“How I wish that somewhere there existed an island for those who are wise and of good will.”
– Albert Einstein
FORTUNE HAS BESTOWED upon me the opportunity to spend much of my life on islands. First, Cuba (pre-Fidel), then four decades on Hilton Head Island interspersed with a stint on Oahu, Hawaii. There is something about island living. Not just the sparkling sea, soft moist air, or laid-back lifestyle. What One Thing makes living on this island — Hilton Head — so desired, so enriching? To discover the secret, we will take a Walkabout — a meandering, maybe mystical, and definitely eyeopening journey of discovery across this grand old isle. Perhaps we shall find the One Thing, the True Secret Place — and in the process, rediscover ourselves.
Tides are the pulse and blood of nature on Hilton Head Island. Flood and ebb have always been certain, the rhythm of life here. Over 40 centuries ago, coastal Indians migrated on tidal rivers, sounds, and creeks. In these waters they harvested abundant oysters, clams, crabs, fish, and game. We trace these ancestors to the Indian Shell Ring — their ceremonial grounds in what is now the Sea Pines Forest Preserve. Walk into the center of the Ring. Feel the light breeze as it teases old beards of Spanish moss in arching live oaks. The First Ones felt that breeze here, too. They gathered that moss for medicinal use, and to temper their pottery. The oysters they consumed still flourish on the banks of tidal creeks here. Those craggy mollusks are easily overlooked — but they are our primal bond to antiquity, to Home.
ASK A NATIVE
It’s Hilton Head Island, South Carolina. In this state the Civil War began —about 100 miles north at Fort Sumter in Charleston Harbor. Hilton Head residents could hear the cannon fire. The Palmetto State paid a heavy price for its rebellion against the Union, and the war changed everything on this island. On our Walkabout we discover the old fort sites — Walker (Port Royal Plantation), Howell (Beach City Road), Mitchel (Hilton Head Plantation) and the graveyards, such as Union Cemetery and secluded ancestral slave burial sites, still maintained by relatives. These are sacred ground — testament to the Great Hard Times that befell this island after the war. We walk with reverence here.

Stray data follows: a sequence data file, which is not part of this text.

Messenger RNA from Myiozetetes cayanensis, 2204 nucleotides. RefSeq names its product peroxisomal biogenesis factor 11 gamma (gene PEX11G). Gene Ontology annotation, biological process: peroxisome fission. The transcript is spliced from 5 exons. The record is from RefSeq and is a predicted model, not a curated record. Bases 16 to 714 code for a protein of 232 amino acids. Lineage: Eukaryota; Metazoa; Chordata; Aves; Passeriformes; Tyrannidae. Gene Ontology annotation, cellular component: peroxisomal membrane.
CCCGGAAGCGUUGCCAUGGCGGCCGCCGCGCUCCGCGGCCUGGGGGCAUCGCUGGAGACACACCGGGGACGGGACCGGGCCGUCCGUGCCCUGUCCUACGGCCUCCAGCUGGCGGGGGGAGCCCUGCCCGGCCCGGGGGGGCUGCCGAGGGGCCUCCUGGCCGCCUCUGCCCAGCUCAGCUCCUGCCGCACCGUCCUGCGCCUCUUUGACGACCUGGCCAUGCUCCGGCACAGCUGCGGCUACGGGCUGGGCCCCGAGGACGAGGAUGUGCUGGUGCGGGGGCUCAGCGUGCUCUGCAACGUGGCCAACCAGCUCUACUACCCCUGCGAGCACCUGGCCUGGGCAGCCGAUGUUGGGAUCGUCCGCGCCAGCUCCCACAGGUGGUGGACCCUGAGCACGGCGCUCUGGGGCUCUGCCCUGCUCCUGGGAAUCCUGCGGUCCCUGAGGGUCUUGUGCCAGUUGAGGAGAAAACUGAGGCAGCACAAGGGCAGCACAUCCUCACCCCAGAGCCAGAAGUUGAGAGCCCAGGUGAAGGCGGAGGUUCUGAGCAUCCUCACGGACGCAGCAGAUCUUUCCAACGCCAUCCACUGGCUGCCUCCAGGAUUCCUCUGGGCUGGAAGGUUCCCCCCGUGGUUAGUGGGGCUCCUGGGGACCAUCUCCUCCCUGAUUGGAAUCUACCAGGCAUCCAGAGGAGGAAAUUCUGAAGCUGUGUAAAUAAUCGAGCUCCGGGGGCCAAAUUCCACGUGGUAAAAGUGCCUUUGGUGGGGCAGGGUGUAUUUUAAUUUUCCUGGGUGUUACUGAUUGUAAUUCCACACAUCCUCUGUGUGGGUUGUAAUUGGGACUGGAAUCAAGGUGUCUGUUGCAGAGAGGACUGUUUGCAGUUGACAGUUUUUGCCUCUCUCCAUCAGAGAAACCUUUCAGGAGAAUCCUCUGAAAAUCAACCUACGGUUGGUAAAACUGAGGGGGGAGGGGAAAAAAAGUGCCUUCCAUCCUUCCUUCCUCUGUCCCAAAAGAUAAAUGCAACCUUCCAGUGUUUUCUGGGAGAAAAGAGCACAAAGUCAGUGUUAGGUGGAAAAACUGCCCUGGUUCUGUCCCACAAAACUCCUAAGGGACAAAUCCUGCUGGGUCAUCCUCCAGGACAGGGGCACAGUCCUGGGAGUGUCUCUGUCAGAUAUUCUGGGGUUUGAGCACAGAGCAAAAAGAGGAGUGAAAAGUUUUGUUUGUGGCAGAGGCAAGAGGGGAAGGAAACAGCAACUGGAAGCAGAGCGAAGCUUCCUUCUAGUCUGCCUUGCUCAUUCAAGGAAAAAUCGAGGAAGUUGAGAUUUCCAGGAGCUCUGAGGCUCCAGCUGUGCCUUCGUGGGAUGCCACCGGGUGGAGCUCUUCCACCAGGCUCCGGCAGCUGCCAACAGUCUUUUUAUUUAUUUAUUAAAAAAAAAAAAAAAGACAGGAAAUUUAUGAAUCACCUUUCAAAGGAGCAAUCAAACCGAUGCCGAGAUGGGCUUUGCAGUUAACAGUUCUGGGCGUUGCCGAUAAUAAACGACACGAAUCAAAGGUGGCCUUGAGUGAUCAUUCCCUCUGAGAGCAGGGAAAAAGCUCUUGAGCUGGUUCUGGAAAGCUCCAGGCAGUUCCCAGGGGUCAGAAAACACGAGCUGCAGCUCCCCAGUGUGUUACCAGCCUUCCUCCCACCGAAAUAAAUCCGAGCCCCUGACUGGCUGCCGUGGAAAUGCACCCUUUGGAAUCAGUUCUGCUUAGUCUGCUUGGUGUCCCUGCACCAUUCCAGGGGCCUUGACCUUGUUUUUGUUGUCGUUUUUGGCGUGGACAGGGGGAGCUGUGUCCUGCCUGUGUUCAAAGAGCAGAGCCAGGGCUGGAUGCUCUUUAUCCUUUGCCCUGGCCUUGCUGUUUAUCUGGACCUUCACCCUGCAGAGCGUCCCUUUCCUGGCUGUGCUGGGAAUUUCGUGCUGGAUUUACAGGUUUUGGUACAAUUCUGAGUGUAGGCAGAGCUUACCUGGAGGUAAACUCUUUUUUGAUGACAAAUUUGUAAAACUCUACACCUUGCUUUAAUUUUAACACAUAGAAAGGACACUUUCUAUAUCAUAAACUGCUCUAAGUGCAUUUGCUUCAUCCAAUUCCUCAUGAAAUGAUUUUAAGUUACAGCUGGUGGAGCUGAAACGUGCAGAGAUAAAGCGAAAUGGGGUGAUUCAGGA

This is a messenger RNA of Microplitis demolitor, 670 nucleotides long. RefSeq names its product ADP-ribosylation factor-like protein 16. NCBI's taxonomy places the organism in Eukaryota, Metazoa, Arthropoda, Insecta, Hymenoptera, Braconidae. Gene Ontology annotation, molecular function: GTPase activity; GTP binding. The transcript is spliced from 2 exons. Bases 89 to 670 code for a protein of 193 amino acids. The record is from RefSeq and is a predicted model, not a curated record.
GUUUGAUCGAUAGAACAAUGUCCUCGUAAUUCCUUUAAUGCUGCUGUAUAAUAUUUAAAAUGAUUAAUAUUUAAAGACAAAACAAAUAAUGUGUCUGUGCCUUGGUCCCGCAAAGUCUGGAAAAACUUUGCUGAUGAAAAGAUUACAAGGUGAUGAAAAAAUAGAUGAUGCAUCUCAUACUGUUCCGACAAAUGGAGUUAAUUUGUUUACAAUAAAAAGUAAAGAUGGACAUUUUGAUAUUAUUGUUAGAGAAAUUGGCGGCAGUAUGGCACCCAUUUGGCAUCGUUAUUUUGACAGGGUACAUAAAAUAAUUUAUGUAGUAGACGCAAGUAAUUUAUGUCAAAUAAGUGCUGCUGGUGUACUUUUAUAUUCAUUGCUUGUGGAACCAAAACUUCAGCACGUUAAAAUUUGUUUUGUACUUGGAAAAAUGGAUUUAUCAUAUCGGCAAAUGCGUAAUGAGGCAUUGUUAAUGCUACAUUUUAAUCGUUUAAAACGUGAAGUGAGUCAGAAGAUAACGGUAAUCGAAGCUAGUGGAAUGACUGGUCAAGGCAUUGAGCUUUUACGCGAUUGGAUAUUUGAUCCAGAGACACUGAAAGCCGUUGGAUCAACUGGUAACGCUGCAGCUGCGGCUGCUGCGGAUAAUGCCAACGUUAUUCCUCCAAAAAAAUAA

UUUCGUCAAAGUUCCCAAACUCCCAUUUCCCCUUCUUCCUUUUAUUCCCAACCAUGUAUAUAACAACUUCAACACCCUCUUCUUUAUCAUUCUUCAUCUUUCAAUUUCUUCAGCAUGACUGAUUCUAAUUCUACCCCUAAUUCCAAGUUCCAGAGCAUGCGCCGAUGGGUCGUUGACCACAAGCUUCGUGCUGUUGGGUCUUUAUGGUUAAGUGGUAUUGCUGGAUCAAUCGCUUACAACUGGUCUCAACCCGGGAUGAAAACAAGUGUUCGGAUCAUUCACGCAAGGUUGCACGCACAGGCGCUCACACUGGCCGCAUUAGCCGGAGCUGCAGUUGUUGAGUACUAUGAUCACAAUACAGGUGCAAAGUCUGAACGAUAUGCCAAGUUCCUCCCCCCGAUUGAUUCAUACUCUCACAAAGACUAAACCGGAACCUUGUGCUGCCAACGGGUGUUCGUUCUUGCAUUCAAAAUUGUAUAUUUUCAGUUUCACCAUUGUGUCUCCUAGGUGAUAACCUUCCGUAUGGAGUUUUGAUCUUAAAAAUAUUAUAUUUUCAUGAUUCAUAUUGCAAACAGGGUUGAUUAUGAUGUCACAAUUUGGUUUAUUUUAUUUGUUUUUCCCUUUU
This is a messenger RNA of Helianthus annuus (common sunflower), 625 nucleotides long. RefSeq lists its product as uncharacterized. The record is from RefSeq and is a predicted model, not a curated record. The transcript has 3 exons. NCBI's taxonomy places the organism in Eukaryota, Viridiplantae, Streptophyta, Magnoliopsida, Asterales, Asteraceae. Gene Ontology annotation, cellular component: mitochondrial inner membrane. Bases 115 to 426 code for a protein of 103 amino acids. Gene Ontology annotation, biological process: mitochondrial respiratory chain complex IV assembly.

Nearly two-dozen cotton plantations operated on Hilton Head Island before the war. When Federal troops invaded (November, 1861) the mostly absentee owners fled inland, and their slaves fled to the Union camps. The army considered the slaves “Contraband of War” under the care of the U.S. Government. Many former escaped slaves were employed and educated by the army during this period.
In 1862, commanding General Ormsby Mitchel authorized establishment of one of America’s first freedman’s villages on high, forested land along present-day Beach City Road overlooking Fish Haul Creek and Port Royal Sound. Mitchelville stood as a selfgoverning community until the early 1900s, according to archaeological studies. The site is now preserved as a Town of Hilton Head Island open space park. Presently, the non-profit Mitchelville Preservation Project is developing plans to show the property as an historical park with educational exhibits, trails, and interpretive programs.